New York magazine once published an article titled "All Joy and No Fun: Why parents hate parenting," which depicted today's parents as harried, frustrated and unfulfilled by the challenges of raising children. Not long afterward, the mommy blogosphere was buzzing about the article, with scores of Christian mothers chiming in with their own stories of frustration and weariness at the daily burdens of motherhood. "I just told my husband how unhappy I am," one commenter posted at The Mommy Revolution. "I'm empty, exhausted and fried."
A mission far greater
Why do many parents feel so unfulfilled? And is there a different way for today's families to live their lives? I believe that the solution is for parents to understand that we are all called to a mission greater than ourselves. God wants us to embrace all that He has made us to be, with the purpose of serving His mission both in the home and in the world. When we live "missional" lives, with a focus on God's call to be His witnesses and disciple makers to the ends of the earth, we are better able to experience the fulfillment missing from a mission-less life.
Parents often focus all their energies on their home life and on their children, as evidenced by the many new labels of parenting that have emerged in recent years — tiger parenting, helicopter parenting, free-range parenting and, one could argue, overparenting. All these extreme methods have one thing in common: They put children and the parents' dreams and hopes for those children at the center of a family's life. But God never intended for parents to displace the call to share the Gospel from their priority list.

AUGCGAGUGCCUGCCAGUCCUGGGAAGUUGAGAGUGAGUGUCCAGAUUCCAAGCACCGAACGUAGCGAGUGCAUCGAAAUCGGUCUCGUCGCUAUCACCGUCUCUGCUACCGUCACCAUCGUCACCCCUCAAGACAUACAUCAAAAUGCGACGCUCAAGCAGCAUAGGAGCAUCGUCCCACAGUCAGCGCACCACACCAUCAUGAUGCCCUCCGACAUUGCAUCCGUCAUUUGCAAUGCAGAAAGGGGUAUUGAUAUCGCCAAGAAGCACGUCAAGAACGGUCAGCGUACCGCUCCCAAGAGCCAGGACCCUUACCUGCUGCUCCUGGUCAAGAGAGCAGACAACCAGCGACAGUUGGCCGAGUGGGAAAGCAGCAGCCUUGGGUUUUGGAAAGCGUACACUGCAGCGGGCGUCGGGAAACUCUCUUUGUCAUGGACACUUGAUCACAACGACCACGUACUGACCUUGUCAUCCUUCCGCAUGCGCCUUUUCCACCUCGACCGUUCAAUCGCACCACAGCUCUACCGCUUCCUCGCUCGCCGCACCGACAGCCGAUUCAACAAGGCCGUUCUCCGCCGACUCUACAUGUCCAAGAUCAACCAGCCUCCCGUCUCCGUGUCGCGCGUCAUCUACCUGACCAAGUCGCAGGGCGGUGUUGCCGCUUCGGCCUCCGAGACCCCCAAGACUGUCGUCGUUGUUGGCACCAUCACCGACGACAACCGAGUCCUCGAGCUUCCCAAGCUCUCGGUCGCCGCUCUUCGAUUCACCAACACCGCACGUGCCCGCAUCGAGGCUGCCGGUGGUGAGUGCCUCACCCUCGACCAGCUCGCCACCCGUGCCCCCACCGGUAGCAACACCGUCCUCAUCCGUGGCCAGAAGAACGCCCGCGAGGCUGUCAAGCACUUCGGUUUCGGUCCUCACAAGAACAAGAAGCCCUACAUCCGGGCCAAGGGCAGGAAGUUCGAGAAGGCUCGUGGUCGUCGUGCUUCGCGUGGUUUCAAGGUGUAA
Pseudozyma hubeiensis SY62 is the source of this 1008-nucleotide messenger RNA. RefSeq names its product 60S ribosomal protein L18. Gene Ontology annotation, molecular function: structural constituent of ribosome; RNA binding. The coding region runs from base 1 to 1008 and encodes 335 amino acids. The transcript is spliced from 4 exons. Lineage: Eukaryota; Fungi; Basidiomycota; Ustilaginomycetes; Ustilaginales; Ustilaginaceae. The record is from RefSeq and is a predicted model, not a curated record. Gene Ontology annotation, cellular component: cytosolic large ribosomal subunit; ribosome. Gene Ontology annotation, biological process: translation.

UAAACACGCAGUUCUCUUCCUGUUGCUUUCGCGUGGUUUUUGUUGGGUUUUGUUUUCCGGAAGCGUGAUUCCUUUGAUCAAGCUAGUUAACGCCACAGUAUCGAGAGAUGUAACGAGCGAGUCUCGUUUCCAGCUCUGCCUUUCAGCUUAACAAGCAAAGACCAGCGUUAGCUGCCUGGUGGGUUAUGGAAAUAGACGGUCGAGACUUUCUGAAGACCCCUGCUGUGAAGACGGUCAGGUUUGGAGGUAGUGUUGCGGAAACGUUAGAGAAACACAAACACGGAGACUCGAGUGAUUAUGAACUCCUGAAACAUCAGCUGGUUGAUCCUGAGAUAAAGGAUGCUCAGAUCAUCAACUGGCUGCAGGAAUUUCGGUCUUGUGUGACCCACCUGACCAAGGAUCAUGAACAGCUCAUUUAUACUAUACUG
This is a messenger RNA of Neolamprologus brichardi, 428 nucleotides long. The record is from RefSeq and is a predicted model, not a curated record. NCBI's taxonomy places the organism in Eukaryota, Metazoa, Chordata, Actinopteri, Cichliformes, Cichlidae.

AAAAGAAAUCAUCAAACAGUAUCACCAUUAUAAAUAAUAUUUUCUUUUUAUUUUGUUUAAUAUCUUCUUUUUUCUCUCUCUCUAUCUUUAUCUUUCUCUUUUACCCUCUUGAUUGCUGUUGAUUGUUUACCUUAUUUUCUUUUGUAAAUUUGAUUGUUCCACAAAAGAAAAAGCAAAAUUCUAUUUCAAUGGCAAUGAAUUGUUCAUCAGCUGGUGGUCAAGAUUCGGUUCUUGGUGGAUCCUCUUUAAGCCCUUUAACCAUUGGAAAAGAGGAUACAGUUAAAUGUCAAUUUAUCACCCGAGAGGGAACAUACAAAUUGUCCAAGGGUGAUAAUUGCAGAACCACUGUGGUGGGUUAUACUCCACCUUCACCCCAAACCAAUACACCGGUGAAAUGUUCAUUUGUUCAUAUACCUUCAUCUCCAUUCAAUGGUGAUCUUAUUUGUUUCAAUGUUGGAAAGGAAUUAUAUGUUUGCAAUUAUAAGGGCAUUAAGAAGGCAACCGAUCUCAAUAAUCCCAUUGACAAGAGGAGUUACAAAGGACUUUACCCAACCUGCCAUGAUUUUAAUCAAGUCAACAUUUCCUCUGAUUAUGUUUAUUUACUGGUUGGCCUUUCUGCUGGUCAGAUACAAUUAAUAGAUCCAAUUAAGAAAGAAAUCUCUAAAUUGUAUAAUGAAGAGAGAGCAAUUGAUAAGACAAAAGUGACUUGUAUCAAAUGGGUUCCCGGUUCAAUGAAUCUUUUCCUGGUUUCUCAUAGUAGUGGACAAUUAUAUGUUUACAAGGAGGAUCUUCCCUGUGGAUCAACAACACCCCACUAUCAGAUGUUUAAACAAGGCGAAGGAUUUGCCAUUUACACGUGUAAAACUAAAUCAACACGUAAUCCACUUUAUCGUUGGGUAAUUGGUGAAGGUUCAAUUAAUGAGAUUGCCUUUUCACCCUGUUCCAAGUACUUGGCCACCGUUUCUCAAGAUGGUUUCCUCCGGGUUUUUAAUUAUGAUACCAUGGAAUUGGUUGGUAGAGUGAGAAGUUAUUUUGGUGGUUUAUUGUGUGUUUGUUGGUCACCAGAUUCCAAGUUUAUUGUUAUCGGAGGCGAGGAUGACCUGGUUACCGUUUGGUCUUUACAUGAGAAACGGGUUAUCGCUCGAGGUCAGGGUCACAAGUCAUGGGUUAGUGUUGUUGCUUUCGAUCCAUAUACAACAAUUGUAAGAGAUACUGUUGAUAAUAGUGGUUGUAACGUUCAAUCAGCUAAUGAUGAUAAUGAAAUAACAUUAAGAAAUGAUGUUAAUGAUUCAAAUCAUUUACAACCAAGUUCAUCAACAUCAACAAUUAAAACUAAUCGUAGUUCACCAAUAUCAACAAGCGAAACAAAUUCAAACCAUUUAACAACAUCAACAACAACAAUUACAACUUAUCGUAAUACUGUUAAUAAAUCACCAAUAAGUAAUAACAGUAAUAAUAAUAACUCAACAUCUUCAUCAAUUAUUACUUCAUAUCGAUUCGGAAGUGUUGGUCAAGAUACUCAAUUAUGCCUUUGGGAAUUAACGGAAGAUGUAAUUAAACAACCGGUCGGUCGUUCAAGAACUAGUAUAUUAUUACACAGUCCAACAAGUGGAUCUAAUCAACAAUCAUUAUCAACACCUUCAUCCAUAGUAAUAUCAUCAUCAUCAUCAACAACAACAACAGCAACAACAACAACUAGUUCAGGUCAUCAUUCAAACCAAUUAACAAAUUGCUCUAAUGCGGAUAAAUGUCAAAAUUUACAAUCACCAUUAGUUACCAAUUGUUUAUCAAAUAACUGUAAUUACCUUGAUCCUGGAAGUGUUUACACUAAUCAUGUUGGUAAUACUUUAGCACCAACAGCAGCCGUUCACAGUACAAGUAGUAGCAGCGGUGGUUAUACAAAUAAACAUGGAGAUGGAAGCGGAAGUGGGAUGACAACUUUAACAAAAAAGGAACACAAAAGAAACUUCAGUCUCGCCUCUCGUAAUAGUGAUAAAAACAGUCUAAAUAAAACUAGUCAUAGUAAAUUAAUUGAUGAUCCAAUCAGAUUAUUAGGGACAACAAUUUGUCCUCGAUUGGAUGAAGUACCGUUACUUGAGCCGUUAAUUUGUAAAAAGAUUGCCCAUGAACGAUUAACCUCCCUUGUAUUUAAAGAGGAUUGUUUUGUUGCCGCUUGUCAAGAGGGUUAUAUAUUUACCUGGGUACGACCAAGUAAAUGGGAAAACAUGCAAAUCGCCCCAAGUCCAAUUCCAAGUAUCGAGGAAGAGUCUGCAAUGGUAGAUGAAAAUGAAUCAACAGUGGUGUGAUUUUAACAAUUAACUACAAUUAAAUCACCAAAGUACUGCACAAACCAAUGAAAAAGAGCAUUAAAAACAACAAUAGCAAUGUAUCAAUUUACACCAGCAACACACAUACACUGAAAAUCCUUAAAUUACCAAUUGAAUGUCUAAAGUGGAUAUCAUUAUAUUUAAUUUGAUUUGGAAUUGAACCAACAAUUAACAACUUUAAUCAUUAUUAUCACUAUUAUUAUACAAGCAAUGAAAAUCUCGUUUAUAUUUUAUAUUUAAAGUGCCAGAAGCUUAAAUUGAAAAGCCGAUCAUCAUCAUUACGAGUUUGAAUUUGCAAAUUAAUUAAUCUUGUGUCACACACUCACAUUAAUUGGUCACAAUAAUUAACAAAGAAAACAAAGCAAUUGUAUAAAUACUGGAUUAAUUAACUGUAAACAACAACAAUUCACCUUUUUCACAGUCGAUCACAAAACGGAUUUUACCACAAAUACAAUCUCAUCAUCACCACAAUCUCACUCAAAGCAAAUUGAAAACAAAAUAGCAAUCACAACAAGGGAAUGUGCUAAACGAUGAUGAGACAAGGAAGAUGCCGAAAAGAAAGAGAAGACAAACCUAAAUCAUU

A missional outpost
When parents recognize that they were created by God to be His missionaries, in whatever context He has placed them, then they begin to realize that there is a purpose to investing in their children and in their home life, and that purpose is to form their homes into "missional outposts" from which the family reaches outward.
When you think of your home as a missional outpost, you envision it not as a haven primarily for your family's own use, but as one in which you recognize that all gifts, abilities and passions can be off ered in service to God. This perspective is different from parents who pour energies into their children and their activities in order to bring glory to their children — and to themselves. A missional family recognizes that the purpose of life is the furtherance of God's plan.
Take, for example, Melinda Boyle and her family. Melinda has a passion to reach the deaf community in the U.S., a majority of which is an underserved subculture. She is an interpreter for the hearing-impaired, and over the years her children have gotten involved. "For my kids, reaching out to those who are hearing impaired is a way of life now," Melinda says.
Nurture your child's spirit of giving